Albertina Bruce, a registered nurse and mother of three, had been carefully looking through furniture stores in Prince George's County just four days after she moved here from Massachusetts last August.

Before she decided to buy from the Warehouse Outlet store on Stamp Road in Marlow Heights, she checked with the Better Business Bureau. There were no complaints on file against Warehouse so she purchased a dinette set, a sofa bed and a swivel rocker for $555.21, she said. Delivery was promised for the next day but the truck never came. A promised refund never came either, she added, and when she returned to the store after Labor Day she found a sign on the door saying, "closed for inventory."

Bruce was one of nine Prince George's residents who testified before the county Consumer Protection Commission that a chain of three discount furniture stores called Warehouse Outlet took deposits and lay-away payments from them, then closed down without delivering the furniture. l

After the 3 1/2-hour hearing last week, three of the five commission members hearing the case ruled that owners of Warehouse Outlet, Wallace Lane of Silver Spring and Eugene Hodge of Edgewater, must return $1,708 to the complaining customers, and pay civil fines of $1,000 each and $600 in commission costs. In addition, the commission ordered Lane and Hodge to stop selling furniture and asked the county department of licenses and permits to revoke all business licenses issued to the parent company, Seaboard Traders Inc.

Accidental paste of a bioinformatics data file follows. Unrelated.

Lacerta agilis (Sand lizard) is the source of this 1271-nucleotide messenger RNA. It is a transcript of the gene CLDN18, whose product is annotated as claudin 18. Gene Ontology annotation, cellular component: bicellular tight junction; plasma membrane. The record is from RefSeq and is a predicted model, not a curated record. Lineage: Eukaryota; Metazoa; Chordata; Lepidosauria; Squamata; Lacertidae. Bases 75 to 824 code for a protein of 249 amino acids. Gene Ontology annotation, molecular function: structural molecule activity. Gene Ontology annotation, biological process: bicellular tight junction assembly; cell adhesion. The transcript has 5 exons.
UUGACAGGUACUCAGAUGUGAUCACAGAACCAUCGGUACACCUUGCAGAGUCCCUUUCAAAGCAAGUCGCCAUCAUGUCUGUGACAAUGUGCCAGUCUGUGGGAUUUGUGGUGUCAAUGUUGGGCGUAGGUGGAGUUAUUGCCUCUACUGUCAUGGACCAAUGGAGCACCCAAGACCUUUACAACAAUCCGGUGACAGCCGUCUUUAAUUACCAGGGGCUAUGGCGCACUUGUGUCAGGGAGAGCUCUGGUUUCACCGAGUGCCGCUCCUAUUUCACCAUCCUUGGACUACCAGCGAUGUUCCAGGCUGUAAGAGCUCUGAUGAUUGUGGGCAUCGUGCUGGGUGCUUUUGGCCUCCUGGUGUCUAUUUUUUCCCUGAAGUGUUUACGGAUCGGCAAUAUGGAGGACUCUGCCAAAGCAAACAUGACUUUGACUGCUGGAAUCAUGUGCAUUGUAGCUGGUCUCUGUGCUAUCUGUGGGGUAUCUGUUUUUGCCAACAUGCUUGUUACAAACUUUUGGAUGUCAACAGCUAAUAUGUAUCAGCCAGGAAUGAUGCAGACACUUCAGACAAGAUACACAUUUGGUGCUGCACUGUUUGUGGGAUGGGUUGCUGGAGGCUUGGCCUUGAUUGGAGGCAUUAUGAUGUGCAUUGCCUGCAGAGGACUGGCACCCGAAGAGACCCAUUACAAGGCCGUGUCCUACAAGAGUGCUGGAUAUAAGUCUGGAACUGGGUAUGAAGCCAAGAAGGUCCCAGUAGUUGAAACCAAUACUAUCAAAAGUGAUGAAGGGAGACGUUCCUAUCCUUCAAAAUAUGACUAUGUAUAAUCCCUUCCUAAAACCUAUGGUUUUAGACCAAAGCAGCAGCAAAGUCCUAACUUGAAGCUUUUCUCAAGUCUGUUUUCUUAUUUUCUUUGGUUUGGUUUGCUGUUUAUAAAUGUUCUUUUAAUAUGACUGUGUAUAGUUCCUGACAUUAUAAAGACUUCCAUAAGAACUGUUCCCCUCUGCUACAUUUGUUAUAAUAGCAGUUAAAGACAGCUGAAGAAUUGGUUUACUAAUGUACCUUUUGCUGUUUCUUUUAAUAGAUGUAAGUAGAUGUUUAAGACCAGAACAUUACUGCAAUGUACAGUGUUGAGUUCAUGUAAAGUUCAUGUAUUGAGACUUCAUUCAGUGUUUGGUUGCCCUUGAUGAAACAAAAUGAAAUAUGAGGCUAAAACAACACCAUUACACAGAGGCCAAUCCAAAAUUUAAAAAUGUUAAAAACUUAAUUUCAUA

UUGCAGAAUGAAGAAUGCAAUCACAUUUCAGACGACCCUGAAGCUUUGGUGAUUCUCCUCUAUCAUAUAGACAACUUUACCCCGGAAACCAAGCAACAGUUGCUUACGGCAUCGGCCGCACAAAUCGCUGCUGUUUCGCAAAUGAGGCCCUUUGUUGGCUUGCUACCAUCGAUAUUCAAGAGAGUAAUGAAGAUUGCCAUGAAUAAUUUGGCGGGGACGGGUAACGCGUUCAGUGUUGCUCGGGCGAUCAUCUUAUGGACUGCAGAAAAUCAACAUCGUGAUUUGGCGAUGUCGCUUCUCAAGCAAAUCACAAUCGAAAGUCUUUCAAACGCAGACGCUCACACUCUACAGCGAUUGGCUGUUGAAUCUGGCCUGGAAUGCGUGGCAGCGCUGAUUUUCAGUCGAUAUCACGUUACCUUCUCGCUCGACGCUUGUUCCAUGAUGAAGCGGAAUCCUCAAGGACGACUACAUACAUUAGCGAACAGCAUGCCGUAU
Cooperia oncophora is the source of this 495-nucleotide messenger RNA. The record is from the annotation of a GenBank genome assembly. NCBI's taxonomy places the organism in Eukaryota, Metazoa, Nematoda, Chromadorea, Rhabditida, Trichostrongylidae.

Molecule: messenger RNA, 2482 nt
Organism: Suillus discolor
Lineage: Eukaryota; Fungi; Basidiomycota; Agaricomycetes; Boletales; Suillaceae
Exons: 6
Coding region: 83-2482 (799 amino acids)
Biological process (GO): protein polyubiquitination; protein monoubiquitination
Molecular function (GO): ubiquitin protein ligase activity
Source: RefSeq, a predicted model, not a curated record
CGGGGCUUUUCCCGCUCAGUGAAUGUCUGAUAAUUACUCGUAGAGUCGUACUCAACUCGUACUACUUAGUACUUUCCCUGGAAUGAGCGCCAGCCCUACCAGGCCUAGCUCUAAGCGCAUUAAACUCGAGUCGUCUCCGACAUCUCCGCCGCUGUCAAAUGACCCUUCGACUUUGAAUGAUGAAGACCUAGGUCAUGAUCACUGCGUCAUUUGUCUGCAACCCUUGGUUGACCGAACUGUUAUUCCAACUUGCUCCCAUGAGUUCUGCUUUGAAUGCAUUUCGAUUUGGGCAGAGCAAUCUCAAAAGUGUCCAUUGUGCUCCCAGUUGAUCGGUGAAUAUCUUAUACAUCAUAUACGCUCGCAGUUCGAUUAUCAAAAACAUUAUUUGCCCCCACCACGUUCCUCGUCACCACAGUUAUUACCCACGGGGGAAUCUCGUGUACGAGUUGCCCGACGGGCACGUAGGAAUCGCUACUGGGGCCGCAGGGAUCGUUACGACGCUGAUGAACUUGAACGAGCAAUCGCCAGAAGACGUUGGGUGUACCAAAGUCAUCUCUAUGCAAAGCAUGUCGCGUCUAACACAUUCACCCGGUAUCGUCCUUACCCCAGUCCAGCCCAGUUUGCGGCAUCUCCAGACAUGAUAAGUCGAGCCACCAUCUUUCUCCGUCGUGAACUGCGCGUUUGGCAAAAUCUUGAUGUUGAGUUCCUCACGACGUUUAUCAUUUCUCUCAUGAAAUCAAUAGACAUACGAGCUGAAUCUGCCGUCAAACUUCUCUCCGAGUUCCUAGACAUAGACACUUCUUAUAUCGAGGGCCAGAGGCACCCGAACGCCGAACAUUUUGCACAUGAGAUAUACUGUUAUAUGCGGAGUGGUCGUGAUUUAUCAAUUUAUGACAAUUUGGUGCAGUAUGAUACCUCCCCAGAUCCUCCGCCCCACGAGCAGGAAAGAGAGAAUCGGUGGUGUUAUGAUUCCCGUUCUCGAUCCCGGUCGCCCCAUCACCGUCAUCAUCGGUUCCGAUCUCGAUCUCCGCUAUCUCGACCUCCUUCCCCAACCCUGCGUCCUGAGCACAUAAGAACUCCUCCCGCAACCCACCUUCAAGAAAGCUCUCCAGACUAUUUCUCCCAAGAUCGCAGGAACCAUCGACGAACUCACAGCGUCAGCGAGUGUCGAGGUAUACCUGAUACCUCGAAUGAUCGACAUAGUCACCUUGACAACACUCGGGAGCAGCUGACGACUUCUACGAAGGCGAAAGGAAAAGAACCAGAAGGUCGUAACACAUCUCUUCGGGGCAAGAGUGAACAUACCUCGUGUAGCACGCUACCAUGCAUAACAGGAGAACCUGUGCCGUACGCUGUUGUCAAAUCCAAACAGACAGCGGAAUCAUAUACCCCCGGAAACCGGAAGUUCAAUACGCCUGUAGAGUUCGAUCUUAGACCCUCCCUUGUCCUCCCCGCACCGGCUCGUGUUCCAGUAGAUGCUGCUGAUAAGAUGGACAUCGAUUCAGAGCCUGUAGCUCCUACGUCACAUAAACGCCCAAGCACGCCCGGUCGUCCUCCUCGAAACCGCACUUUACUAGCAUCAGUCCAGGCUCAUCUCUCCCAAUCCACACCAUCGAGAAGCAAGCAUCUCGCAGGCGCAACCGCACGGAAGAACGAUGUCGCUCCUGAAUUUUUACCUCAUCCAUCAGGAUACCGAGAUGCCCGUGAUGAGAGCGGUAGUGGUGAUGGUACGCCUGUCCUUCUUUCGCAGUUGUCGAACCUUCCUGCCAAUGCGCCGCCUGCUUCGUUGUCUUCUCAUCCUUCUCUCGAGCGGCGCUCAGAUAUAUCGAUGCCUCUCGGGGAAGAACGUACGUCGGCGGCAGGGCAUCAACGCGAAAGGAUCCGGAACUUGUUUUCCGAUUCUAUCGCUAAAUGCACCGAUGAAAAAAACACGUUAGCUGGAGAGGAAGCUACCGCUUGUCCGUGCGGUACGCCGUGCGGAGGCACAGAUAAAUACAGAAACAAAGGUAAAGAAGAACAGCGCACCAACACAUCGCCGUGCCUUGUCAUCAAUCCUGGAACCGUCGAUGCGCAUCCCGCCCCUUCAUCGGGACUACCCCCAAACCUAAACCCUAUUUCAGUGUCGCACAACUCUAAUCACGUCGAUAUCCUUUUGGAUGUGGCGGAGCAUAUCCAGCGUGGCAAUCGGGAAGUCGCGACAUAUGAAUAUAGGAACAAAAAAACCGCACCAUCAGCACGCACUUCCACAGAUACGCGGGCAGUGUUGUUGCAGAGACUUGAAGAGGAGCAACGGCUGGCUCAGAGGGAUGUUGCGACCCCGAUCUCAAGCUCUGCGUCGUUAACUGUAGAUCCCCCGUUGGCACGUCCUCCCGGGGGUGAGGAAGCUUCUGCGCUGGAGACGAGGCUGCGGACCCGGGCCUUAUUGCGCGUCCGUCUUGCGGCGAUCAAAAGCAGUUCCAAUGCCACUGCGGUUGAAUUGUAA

Only Lane appeared at the hearing.He said he had sold his interest in the business last June. He told the commission that his name was being used by Hodge and other partners without his permission, and that he sold out because he did not like their business practices. Hodge could not be reached at his Edgewater address.

Lane and Hodge have 30 days either to comply with the commission's order or appeal the decision to the county circuit court. If they do not take either action, the case will be turned over to the county attorney's office for enforcement.

Montgomery County consumer-affairs investigators also have served Lane with a summons to appear in their offices on June 16 to discuss 18 similar charges, involving merchandise worth a total of $1,400, stemming from complaints about two discount furniture stores in Rockville and Wheaton.

Albert Wynn, executive director of the Prince George's commission and its prosecuting attorney, said that in similar cases in the past, complaining customers have gotten their money back in only about half the cases. He blamed the slowness of the administrative-law procedure used in consumer protection cases, which is slowed further by the consumer commission's small budget and staff.